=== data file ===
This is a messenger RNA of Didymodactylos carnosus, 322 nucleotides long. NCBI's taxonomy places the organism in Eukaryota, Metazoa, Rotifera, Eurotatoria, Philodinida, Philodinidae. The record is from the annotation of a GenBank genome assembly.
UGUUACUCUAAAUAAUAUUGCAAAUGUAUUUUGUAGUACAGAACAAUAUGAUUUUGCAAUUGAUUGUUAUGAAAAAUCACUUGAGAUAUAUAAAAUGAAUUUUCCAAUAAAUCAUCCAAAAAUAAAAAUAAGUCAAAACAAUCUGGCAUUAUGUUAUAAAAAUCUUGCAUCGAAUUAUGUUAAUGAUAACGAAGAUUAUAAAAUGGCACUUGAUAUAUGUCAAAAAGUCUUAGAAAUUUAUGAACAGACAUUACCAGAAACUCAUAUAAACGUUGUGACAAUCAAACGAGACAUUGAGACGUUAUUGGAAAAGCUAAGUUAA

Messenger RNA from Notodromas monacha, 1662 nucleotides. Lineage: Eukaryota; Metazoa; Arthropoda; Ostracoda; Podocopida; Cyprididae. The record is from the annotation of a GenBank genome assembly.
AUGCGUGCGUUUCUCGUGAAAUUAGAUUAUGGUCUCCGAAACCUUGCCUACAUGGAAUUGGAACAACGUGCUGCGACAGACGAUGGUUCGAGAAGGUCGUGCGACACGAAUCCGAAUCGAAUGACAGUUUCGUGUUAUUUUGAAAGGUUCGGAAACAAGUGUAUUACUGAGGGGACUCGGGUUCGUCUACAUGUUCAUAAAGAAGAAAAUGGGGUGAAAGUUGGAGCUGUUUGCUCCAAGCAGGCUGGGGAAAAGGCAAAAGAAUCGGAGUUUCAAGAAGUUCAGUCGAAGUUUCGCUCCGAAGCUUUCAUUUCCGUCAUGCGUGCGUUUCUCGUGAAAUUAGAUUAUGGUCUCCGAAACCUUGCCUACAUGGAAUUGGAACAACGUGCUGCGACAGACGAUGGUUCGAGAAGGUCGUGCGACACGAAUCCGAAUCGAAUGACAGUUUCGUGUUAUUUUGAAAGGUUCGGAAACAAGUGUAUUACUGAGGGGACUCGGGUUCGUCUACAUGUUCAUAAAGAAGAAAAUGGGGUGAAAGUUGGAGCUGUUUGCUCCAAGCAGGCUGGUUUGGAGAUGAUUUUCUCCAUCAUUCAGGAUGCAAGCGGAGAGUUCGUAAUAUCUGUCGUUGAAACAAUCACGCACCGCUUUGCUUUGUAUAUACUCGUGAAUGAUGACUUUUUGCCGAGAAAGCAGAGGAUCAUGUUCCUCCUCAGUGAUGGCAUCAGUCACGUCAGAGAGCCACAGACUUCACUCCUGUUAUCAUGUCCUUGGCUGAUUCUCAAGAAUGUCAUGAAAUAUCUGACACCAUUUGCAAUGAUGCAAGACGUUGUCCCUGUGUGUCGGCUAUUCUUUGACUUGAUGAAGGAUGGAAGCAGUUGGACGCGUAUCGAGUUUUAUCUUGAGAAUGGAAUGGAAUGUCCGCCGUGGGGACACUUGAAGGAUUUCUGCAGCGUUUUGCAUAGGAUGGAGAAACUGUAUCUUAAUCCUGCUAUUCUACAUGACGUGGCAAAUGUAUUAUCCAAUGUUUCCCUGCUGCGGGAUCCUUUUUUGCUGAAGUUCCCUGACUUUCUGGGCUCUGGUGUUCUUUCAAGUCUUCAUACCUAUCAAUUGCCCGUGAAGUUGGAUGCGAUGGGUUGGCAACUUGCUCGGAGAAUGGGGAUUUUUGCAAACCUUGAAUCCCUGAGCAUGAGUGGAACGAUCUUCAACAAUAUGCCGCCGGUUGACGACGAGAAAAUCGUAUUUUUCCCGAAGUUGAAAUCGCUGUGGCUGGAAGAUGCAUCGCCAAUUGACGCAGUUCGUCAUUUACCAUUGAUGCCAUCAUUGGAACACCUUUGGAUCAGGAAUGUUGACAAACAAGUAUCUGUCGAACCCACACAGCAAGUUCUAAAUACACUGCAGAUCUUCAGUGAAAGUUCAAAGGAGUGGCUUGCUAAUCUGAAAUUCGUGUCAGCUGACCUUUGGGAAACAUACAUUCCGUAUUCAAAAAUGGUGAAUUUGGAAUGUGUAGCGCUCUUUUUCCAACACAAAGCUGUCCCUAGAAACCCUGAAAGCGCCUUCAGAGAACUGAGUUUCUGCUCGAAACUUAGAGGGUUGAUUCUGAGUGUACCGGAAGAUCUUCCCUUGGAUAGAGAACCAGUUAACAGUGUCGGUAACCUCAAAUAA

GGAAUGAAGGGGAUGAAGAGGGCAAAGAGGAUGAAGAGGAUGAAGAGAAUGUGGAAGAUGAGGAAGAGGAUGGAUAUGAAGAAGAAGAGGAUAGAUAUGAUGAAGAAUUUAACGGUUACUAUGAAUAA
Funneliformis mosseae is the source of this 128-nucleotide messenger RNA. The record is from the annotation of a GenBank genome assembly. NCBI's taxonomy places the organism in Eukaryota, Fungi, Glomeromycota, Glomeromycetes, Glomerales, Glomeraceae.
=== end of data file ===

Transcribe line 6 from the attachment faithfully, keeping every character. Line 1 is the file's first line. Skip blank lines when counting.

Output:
Funneliformis mosseae is the source of this 128-nucleotide messenger RNA. The record is from the annotation of a GenBank genome assembly. NCBI's taxonomy places the organism in Eukaryota, Fungi, Glomeromycota, Glomeromycetes, Glomerales, Glomeraceae.